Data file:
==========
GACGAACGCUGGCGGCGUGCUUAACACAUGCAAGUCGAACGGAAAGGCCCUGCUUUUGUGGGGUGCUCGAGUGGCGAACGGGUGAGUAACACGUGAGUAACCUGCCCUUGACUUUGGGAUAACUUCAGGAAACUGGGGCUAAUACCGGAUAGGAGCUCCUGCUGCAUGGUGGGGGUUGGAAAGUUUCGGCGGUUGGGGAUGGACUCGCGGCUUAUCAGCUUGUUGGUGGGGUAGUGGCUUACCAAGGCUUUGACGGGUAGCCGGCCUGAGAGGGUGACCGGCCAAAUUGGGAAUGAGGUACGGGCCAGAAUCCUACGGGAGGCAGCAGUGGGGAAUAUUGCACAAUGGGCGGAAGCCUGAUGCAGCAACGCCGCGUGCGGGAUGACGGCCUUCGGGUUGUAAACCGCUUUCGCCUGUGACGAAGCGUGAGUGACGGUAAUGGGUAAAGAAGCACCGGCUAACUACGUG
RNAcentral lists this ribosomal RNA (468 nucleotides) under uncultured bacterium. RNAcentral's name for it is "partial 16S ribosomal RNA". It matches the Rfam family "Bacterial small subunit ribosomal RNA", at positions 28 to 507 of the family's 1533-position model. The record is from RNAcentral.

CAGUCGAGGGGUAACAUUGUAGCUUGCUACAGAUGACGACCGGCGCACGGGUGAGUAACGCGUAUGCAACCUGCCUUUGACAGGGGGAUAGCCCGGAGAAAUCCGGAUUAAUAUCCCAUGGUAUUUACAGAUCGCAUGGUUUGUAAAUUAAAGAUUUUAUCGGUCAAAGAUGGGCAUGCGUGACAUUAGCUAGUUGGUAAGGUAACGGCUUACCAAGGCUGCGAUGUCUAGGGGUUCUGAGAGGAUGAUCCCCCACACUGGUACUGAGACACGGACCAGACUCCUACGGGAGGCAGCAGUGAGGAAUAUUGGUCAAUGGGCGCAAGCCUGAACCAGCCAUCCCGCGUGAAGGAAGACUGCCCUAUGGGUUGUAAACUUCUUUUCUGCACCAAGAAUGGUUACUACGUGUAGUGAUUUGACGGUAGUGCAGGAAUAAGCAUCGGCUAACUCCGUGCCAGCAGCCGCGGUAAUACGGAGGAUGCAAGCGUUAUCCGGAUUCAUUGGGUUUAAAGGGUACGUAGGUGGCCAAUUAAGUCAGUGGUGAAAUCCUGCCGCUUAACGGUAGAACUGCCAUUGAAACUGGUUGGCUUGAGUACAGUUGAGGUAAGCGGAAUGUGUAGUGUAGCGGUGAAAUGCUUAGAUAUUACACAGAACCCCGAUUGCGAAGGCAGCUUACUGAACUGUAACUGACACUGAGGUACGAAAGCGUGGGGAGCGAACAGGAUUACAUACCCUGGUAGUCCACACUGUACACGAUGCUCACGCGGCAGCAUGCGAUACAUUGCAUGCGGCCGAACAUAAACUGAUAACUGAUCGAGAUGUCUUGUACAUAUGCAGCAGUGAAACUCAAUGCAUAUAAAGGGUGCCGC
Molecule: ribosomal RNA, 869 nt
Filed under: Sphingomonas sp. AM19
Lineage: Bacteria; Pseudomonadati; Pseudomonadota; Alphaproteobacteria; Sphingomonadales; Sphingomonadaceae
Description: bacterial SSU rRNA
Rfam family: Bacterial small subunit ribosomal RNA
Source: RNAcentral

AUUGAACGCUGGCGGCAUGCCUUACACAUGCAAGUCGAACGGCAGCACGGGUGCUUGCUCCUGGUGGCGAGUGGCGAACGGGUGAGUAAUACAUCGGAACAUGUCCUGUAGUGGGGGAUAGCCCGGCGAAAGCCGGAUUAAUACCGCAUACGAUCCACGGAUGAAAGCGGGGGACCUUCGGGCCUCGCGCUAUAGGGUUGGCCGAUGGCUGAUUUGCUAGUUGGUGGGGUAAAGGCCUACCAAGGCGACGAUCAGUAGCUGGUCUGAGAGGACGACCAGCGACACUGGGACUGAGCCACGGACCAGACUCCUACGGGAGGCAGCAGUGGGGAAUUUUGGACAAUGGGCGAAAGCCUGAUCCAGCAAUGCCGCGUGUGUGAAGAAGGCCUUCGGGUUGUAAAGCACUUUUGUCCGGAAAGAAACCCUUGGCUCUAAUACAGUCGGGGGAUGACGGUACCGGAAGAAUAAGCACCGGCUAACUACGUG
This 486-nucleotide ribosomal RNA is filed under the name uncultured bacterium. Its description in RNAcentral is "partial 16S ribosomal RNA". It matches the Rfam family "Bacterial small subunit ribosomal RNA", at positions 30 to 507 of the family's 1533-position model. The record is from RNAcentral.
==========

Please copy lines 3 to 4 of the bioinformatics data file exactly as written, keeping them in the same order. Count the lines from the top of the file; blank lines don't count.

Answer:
CAGUCGAGGGGUAACAUUGUAGCUUGCUACAGAUGACGACCGGCGCACGGGUGAGUAACGCGUAUGCAACCUGCCUUUGACAGGGGGAUAGCCCGGAGAAAUCCGGAUUAAUAUCCCAUGGUAUUUACAGAUCGCAUGGUUUGUAAAUUAAAGAUUUUAUCGGUCAAAGAUGGGCAUGCGUGACAUUAGCUAGUUGGUAAGGUAACGGCUUACCAAGGCUGCGAUGUCUAGGGGUUCUGAGAGGAUGAUCCCCCACACUGGUACUGAGACACGGACCAGACUCCUACGGGAGGCAGCAGUGAGGAAUAUUGGUCAAUGGGCGCAAGCCUGAACCAGCCAUCCCGCGUGAAGGAAGACUGCCCUAUGGGUUGUAAACUUCUUUUCUGCACCAAGAAUGGUUACUACGUGUAGUGAUUUGACGGUAGUGCAGGAAUAAGCAUCGGCUAACUCCGUGCCAGCAGCCGCGGUAAUACGGAGGAUGCAAGCGUUAUCCGGAUUCAUUGGGUUUAAAGGGUACGUAGGUGGCCAAUUAAGUCAGUGGUGAAAUCCUGCCGCUUAACGGUAGAACUGCCAUUGAAACUGGUUGGCUUGAGUACAGUUGAGGUAAGCGGAAUGUGUAGUGUAGCGGUGAAAUGCUUAGAUAUUACACAGAACCCCGAUUGCGAAGGCAGCUUACUGAACUGUAACUGACACUGAGGUACGAAAGCGUGGGGAGCGAACAGGAUUACAUACCCUGGUAGUCCACACUGUACACGAUGCUCACGCGGCAGCAUGCGAUACAUUGCAUGCGGCCGAACAUAAACUGAUAACUGAUCGAGAUGUCUUGUACAUAUGCAGCAGUGAAACUCAAUGCAUAUAAAGGGUGCCGC
Molecule: ribosomal RNA, 869 nt